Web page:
You'll (generally) have to write a main function for all of your games, since the games are the .exes where your main entrypoint has to be. However you can reduce the amount of boilerplate to something like:

int main () {
MyAwesomeGame game;
return game.run();
}

or similar with a bit of work (here "MyAwesomeGame" is a subclass of "YourEngine::Game" or whatever which implements only the game-specific logic, the boilerplate stuff being taken care of by the YourEngine::Game base class from your static library. Is that what you were going for? Where did you run into trouble along that path?

(there are ways to avoid having to write a main function, including a paradigm where you engine is the .exe and your games are shipped as DLLs, but again, that's probably overcomplication).

Edited by Josh Petrie

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which means i have to write that main function for every game i ever want to make with the engine

You'll (generally) have to write a main function for all of your games, since the games are the .exes where your main entrypoint has to be. However you can reduce the amount of boilerplate to something like:

int main () {
MyAwesomeGame game;
return game.run();
}

or similar with a bit of work (here "MyAwesomeGame" is a subclass of "YourEngine::Game" or whatever which implements only the game-specific logic, the boilerplate stuff being taken care of by the YourEngine::Game base class from your static library. Is that what you were going for? Where did you run into trouble along that path?

(there are ways to avoid having to write a main function, including a paradigm where you engine is the .exe and your games are shipped as DLLs, but again, that's probably overcomplication).

I have a class that basically brings all the main subsystems together such as the graphics manager, the timer, the world manager, the game loop (which does essentially what a main function would do)

int GameLoop::Run()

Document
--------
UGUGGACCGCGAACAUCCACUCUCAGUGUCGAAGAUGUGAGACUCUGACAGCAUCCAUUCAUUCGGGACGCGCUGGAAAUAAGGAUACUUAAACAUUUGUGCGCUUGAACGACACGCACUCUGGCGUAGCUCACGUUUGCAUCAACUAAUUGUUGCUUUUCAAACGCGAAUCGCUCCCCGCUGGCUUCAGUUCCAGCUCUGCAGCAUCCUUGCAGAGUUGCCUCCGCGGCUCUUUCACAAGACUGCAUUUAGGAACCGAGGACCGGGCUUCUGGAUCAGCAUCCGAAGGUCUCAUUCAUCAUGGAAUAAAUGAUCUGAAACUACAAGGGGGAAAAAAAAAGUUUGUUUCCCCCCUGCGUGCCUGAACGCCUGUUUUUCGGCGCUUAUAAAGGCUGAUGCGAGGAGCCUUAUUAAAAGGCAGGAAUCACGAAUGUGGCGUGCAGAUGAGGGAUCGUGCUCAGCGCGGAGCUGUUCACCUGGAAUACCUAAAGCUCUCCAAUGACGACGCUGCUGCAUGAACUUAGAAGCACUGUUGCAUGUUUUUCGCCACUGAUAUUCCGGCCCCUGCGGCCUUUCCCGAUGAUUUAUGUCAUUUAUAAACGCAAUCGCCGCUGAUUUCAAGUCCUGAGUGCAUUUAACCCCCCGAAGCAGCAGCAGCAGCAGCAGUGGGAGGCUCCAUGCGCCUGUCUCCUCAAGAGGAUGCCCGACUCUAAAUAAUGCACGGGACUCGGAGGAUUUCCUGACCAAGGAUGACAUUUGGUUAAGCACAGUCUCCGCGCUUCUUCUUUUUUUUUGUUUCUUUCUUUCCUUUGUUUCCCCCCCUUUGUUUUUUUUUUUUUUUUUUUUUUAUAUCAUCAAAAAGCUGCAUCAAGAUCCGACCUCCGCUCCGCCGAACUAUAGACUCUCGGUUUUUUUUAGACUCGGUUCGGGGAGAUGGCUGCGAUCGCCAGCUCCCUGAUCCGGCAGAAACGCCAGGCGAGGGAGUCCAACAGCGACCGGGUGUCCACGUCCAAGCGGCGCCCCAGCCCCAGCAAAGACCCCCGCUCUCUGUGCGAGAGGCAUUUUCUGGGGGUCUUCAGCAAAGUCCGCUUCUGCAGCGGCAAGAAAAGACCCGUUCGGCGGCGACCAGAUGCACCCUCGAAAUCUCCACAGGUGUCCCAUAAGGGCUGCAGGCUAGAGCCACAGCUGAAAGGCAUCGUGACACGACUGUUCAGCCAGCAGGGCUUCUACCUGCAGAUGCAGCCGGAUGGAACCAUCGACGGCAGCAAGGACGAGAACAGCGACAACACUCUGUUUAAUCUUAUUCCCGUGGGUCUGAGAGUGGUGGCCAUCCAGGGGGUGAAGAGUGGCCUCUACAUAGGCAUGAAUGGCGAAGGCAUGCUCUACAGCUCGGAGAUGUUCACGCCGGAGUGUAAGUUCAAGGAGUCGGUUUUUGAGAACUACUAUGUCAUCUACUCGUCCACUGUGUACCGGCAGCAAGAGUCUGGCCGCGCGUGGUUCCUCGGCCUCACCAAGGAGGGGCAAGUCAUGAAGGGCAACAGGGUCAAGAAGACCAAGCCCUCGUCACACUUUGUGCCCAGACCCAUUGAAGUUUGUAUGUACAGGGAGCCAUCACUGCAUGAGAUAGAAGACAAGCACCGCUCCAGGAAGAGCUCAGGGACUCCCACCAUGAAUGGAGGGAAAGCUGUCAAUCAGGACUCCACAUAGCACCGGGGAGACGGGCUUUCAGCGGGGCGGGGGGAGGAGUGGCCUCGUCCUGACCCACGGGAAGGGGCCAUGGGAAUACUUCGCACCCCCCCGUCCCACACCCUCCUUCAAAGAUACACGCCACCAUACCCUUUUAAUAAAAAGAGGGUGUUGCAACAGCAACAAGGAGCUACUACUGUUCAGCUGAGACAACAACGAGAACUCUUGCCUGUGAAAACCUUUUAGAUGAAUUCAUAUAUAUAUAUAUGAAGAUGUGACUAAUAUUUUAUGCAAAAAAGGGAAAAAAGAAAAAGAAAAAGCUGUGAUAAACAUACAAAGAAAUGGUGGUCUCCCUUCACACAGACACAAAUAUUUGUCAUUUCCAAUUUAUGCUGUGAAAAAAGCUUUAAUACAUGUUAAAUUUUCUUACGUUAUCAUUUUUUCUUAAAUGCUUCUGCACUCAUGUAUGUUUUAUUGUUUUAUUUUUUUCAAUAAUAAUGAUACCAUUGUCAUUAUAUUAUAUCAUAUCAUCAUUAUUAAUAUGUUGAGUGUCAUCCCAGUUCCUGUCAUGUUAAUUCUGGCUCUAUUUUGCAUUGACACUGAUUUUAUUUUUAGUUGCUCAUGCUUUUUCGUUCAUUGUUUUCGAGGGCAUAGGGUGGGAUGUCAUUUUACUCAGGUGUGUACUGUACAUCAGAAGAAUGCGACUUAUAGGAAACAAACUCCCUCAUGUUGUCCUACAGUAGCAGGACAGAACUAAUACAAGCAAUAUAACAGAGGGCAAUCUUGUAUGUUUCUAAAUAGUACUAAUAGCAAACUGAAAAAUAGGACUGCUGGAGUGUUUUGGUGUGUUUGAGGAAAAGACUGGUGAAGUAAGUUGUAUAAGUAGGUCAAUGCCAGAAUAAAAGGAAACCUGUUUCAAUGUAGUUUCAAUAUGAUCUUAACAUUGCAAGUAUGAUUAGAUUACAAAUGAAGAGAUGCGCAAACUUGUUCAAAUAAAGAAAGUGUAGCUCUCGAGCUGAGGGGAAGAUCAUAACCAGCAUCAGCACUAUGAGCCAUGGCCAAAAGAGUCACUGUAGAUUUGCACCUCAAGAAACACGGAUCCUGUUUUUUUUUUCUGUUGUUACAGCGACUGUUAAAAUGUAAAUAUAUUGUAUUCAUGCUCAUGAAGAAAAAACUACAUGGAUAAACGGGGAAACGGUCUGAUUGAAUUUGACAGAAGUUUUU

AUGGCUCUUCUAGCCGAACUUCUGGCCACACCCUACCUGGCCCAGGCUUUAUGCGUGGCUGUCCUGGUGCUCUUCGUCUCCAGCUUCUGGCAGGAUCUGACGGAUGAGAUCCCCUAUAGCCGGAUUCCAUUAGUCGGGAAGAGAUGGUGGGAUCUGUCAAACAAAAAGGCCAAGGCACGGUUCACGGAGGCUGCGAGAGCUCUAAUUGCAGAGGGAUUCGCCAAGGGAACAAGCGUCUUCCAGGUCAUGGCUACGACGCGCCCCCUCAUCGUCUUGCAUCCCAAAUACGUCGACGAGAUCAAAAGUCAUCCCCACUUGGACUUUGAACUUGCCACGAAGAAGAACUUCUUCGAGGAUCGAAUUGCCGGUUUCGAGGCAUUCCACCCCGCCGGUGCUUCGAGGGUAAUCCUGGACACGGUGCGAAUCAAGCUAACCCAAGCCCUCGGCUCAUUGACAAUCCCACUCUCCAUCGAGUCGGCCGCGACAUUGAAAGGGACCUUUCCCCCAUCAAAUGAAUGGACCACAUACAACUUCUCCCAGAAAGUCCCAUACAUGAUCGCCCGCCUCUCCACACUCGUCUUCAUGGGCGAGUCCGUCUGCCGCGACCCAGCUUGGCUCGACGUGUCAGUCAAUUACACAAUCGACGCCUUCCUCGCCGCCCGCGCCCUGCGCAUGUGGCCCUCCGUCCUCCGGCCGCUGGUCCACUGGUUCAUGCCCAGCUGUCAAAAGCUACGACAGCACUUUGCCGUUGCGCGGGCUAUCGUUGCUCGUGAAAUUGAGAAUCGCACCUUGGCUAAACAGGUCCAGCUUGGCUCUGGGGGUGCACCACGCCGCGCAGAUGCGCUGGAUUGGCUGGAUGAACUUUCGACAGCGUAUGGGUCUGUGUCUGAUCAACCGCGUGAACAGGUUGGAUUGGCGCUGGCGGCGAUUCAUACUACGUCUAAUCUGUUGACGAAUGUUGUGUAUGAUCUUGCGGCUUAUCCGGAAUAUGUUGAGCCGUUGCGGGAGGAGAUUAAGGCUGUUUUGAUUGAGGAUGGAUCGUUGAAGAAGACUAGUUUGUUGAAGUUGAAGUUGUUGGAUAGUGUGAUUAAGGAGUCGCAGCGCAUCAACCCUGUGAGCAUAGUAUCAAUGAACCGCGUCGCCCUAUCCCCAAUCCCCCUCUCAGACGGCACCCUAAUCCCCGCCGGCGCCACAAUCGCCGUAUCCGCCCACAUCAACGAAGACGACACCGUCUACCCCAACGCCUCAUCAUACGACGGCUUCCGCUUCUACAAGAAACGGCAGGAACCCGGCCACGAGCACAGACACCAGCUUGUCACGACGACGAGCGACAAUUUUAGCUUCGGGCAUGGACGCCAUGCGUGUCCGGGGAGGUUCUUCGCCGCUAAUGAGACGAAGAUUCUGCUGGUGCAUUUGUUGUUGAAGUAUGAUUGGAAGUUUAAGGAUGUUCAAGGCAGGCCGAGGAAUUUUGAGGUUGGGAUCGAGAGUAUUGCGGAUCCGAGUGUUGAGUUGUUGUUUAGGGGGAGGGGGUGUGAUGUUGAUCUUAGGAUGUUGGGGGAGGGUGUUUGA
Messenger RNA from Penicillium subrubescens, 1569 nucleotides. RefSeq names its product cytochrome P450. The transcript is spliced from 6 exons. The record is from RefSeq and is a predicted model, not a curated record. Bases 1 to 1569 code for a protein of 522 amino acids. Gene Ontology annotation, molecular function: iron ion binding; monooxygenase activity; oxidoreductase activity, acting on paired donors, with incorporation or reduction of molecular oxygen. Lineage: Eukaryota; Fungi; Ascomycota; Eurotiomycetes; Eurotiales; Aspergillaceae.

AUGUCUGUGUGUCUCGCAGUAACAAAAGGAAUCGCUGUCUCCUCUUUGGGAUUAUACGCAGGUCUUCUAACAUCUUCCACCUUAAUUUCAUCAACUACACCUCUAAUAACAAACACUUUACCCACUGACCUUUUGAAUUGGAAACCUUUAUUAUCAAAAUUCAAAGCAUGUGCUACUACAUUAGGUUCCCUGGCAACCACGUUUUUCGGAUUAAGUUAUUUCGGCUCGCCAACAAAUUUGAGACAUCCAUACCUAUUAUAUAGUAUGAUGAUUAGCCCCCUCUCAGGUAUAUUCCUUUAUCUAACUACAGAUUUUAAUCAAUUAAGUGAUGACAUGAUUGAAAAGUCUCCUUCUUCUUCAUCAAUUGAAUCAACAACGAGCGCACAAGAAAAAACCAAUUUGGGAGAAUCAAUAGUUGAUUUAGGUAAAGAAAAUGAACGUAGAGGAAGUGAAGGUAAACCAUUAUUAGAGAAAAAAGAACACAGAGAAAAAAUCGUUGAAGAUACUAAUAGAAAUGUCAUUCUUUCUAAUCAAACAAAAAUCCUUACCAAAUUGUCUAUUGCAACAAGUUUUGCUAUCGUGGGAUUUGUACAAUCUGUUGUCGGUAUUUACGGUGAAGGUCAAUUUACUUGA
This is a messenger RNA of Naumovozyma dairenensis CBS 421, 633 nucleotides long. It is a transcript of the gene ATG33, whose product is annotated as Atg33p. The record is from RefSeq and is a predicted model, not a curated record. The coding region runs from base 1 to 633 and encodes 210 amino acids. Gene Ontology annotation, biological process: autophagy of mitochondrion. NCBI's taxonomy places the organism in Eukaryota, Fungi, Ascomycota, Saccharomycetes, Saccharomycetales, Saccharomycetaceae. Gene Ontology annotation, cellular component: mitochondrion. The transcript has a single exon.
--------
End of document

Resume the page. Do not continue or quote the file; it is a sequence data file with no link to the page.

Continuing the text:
{
m_pTime = m_pEngine->GetTime();

MSG msg = { 0 };

while(!m_bWantToQuit)
{
if(PeekMessage(&msg, (HWND)m_pWindow->GetHandle(), 0, 0, PM_REMOVE))
{
TranslateMessage(&msg);
DispatchMessage(&msg);
}

if (msg.message == WM_QUIT)
break;

m_pTime->Tick();
m_pEngine->Update(m_pTime->GetDeltaTime());
m_pEngine->Render(0);
}

return 0;
}


I did this to allow me to abstract the platform specific code so all implementation is in the cpp file and there are different ones for each platform.

would the Engine class be the one you are talking about? Or are you saying to make a separate class that starts up the Engine class so to speak?

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No, what you've got there seems like a fairly reasonable implementation of the idea I was talking about (just using different names or terminology than my example).

Your earlier posts seemed to imply there was some difficulty with this approach that led you to have to rewrite a lot of code for every "game" using your engine, but I'm not clear now what that difficulty was?

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No, what you've got there seems like a fairly reasonable implementation of the idea I was talking about (just using different names or terminology than my example).

Your earlier posts seemed to imply there was some difficulty with this approach that led you to have to rewrite a lot of code for every "game" using your engine, but I'm not clear now what that difficulty was?

That class is tied into the engine project not a separate one its part of the platform abstraction layer the header and class declaration resides in Core/Platform/GameLoop.h and the definitions reside in Core/Platform/Windows/GameLoop.cpp where windows would be the platform for which the game is being compiled. this makes it a fundamental part of the engine, which means i can't put it in the game project

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Ah, but you could write a Game class in your engine, one that is basically an abstract base class:

struct Game {